Author Topic: Grazing, Salatin, cheesemaking, Cooking/food and wine books.  (Read 1629 times)

Offline ArnaudForestier

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Grazing, Salatin, cheesemaking, Cooking/food and wine books.
« on: December 12, 2012, 09:15:29 AM »
Hello all -

It's been some time.  I've not been involved in cheesemaking for quite a while, now, though I miss it - a lot of wonderful hours, with some pretty extraordinary generously given by some extraordinary people, and looking over old pics makes me wistful for my beauforts, reblochons, tommes (including a whole fridge/cave devoted to tomme grise). 

I've had to face reality, a kind of evolutionary process, over the last few years...I'll never cook again, and the dairying/cheesemaking life is not something this pretty beat-up bod will allow. 

My wife and I are trying to simplify, and also, in the way of preserving my back and legs, getting rid of virtually the entire stock of my household library, not an easy thing for me to do (a pretty massive cookbook collection, equally massive literature and history). 

This also includes several grazing texts, several Salatin books, and a couple cheesemaking books (Ricki's, Jean-Claud Le Jauoen's, and Paul Kindlestedt's).  They're in good shape, and before I take them to a local bookstore, I wanted to offer them here.  Just a general query - anyone interested in this kind of stuff?

Stay well, cheesemakers.  Thank you for continuing the good fight. 

Paul
« Last Edit: December 13, 2012, 06:02:40 PM by ArnaudForestier »
- Paul


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Offline Boofer

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Re: Grazing, Salatin, couple of cheesemaking books.
« Reply #1 on: December 12, 2012, 09:27:31 AM »
Good to have you back here, Paul, in any capacity. You've been missed.

Thank you for your contributions to the dialogue here and thank you for offering your library here first. I am sure there will be some interest. Is there any way you could detail what you are parting with?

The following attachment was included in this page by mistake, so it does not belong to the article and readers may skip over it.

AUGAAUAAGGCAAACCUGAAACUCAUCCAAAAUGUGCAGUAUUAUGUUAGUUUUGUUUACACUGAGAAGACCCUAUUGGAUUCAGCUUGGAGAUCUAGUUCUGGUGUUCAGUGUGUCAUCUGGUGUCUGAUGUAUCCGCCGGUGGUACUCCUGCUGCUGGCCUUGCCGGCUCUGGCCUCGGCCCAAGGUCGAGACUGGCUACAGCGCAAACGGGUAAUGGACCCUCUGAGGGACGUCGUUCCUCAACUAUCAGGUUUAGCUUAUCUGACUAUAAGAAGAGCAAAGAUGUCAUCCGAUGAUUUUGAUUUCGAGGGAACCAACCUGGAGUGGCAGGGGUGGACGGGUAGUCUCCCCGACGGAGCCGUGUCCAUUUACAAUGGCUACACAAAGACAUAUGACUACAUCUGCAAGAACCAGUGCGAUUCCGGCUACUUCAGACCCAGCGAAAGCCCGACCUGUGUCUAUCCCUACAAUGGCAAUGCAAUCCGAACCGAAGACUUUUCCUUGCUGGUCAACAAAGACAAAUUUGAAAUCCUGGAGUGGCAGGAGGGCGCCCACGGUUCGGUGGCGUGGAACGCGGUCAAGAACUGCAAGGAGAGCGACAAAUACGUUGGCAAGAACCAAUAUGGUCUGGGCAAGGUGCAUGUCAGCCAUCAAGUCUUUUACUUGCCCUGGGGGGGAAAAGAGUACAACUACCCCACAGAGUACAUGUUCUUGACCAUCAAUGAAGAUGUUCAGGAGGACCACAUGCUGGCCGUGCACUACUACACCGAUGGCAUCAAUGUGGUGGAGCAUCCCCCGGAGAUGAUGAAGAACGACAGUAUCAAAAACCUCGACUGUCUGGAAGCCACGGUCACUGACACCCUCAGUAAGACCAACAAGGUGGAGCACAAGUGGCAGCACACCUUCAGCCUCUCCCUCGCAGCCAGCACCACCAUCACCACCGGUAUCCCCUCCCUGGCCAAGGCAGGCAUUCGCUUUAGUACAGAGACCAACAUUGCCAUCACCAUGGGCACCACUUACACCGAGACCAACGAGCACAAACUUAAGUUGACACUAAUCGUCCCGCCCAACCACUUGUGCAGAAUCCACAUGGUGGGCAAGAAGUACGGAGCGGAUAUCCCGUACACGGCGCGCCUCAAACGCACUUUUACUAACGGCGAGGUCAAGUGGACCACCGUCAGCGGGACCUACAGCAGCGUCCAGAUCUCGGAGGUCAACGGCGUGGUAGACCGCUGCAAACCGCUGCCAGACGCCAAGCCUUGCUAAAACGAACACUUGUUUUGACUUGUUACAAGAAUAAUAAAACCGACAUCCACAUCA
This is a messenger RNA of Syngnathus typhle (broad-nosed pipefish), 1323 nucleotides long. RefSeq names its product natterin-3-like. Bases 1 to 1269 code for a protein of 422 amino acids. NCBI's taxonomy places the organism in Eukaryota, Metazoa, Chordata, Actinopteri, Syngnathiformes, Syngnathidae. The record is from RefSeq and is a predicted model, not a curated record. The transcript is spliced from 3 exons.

-Boofer-
Let's ferment something!
Bread, beer, wine, cheese...it's all good.

Offline ArnaudForestier

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Re: Grazing, Salatin, couple of cheesemaking books.
« Reply #2 on: December 12, 2012, 09:33:08 AM »
Good to have you back here, Paul, in any capacity. You've been missed.

Thank you for your contributions to the dialogue here and thank you for offering your library here first. I am sure there will be some interest. Is there any way you could detail what you are parting with?

-Boofer-
Hey buddy, thanks, glad to see the usual suspects are still here.  Timing is very funny in life, sometimes - I was literally just thinking of you...of my cookbooks, there are a few that go in my "no way in hell do I dump" pile, and Madeleine Kamman's Savoie is one of those, literally just moved it to the "save" box.  You got this, right?  Have you enjoyed it? 

The cookbooks, there's a ton.  The grazing/cheese stuff, not so much.  I was just doing a general query to see if this is at all of interest to anyone here, before posting more, but I'll pull together a detailed list and post it - thanks for the warm welcome back, Boof, nice thing to receive. 

The only thing I do anymore is play gypsy swing guitar, as much as my bod will allow me, so I've really not been around.  How's the craft going? 
- Paul

Offline Boofer

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Re: Grazing, Salatin, couple of cheesemaking books.
« Reply #3 on: December 12, 2012, 09:49:20 AM »
I thank you for Madeleine Kamman's books. They are also "keepers" in my library.

As far as the craft goes, I am still working to polish my techniques and understanding of milk and how it is transformed in all different ways to cheese. My efforts have ranged from Reblochon and alpine types, to our old friend, Beaufort.

My current deep interest is in washed rind treatments...how they affect the underlying paste and how they develop. At this point, I am very much the student.